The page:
London – Britain’s annual inflation rate unexpectedly hit a six-month high in August, official data showed Wednesday, catapulting the pound as markets eyed higher UK interest rates to tame rising prices.
The Consumer Prices Index 12-month rate jumped to 2.7 percent last month from 2.5 percent in July, the Office for National Statistics (ONS) said in a statement.
Analysts’ consensus forecast had been for a dip in the CPI rate to 2.4 percent in August.
Responding to the surprise data, “sterling gained sharply, reaching an eight-week high against the dollar, as traders adjusted their interest rate forecast”, noted Ben Brettell, senior economist at Hargreaves Lansdown stockbrokers.
“The figures won’t come as welcome news to the Bank of England though — they’ll be desperate to leave policy unchanged until we get some clarity over Brexit, and won’t want to be forced into a rate rise by accelerating prices,” he added.
The Bank of England earlier this month voted to leave its main interest rate unchanged, as it noted “greater uncertainty” surrounding Britain’s departure from the European Union set for March next year.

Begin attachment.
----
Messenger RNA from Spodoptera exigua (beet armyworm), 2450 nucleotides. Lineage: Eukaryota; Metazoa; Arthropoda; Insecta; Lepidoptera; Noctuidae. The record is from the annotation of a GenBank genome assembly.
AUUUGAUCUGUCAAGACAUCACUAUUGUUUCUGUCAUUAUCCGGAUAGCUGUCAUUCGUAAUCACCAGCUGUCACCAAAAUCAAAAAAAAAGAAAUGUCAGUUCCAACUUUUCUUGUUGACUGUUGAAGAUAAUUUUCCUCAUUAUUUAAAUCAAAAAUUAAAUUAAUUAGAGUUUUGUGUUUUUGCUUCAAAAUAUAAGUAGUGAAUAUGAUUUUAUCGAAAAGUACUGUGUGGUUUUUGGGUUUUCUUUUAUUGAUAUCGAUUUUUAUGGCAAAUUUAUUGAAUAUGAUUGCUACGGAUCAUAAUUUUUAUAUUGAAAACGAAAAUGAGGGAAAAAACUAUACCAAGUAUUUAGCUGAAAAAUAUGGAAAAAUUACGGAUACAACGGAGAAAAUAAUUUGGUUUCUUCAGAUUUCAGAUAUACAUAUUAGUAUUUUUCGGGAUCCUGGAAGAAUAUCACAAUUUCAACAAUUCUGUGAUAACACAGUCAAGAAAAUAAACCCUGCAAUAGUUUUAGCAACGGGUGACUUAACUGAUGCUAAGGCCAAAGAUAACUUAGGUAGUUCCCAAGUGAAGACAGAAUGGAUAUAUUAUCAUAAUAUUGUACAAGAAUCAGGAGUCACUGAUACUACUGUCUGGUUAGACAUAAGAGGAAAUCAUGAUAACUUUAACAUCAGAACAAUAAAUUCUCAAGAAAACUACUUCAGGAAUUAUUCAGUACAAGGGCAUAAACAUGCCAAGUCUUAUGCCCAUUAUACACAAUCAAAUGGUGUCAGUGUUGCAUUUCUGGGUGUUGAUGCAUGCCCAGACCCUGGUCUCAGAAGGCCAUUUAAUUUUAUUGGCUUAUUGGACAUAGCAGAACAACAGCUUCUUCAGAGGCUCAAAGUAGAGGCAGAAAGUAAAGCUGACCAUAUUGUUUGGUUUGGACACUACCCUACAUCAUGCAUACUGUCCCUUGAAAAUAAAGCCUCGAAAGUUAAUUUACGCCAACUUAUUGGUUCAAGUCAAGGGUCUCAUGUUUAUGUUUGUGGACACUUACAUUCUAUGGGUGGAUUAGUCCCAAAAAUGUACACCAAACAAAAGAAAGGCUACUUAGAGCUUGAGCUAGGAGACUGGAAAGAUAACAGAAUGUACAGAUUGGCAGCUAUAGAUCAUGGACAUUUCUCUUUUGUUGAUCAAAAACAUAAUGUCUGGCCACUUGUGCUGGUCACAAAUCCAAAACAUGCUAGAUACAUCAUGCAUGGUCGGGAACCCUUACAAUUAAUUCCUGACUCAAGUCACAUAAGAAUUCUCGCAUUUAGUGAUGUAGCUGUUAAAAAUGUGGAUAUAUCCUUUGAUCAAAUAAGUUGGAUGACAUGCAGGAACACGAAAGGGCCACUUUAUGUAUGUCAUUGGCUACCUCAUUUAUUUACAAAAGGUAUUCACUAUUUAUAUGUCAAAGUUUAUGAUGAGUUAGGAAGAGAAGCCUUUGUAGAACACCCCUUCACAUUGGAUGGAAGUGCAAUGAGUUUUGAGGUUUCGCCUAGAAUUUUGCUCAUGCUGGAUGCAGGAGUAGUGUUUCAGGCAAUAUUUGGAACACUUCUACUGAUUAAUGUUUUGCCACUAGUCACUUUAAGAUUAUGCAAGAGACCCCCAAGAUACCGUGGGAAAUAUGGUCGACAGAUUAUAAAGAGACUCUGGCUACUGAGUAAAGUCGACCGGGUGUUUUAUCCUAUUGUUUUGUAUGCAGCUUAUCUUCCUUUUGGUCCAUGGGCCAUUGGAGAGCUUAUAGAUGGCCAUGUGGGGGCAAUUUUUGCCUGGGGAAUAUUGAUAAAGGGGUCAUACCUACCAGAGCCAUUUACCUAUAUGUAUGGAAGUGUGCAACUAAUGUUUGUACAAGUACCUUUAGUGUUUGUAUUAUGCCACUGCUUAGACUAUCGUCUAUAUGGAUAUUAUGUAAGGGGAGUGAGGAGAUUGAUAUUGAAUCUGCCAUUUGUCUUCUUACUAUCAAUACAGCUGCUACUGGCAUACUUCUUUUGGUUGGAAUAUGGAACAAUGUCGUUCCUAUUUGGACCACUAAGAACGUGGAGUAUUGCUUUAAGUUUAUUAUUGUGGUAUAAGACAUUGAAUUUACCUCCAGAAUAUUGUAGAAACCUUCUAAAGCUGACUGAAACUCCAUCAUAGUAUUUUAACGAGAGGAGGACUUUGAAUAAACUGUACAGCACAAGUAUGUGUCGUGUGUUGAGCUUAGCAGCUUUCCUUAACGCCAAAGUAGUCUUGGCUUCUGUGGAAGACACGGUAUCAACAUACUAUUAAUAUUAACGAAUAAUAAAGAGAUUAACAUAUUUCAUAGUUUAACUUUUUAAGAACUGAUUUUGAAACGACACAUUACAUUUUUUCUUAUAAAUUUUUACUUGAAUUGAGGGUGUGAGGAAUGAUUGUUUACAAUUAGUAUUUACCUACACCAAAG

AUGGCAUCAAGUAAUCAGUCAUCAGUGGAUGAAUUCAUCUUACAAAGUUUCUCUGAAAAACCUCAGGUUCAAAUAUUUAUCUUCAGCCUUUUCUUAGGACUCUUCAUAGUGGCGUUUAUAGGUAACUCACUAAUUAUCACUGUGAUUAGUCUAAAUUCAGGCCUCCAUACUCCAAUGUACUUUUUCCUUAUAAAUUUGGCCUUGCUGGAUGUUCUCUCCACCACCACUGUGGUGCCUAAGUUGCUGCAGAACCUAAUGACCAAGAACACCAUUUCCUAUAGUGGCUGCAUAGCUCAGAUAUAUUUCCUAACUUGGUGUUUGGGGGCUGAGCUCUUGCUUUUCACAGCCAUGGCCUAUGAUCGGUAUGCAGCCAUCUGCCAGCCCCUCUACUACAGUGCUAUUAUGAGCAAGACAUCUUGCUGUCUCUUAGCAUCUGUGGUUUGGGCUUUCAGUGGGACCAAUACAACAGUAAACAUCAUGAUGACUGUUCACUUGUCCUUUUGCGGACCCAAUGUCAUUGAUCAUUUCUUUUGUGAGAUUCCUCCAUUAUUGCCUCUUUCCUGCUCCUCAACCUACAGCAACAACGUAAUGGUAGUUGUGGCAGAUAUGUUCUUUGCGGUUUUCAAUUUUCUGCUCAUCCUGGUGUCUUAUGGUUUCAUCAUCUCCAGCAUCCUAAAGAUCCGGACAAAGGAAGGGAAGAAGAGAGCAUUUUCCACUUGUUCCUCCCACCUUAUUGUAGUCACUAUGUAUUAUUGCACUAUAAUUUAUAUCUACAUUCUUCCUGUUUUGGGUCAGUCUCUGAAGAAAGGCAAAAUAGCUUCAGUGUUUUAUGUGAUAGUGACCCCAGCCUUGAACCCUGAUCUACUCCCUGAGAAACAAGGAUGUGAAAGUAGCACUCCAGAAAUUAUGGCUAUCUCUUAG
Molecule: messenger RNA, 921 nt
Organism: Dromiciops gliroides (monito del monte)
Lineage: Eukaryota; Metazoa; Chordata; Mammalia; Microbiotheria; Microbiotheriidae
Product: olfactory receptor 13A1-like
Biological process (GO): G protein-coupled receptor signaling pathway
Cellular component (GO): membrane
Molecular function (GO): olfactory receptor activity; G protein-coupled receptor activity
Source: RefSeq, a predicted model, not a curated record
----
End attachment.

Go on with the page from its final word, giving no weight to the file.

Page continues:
However the BoE’s Monetary Policy Committee had in August voted unanimously to raise the rate by a quarter-point to 0.75 percent amid Brexit-fuelled UK inflation.
It was only the second hike since the global financial crisis a decade ago and was in response to UK annual inflation holding stubbornly above the BoE’s official 2.0-percent target.
Despite Wednesday’s rally for the pound, the currency has slumped since Britain’s vote in favour of Brexit more than two years ago.
That in turn has pushed up the cost of goods imported into the UK, while a surge in oil prices over the past year has also fuelled inflationary pressures.
Explaining August’s jump in inflation, the ONS said in Wednesday’s statement:
“Rising prices for a range of recreational and cultural goods and services, transport services and clothing produced the largest upward contributions to the change in the rate between July and August 2018.
“Partially offsetting downward contributions came from furniture and household goods, and telecommunications; prices for these rose between July and August 2018 but by less than a year ago,” the statistics office added.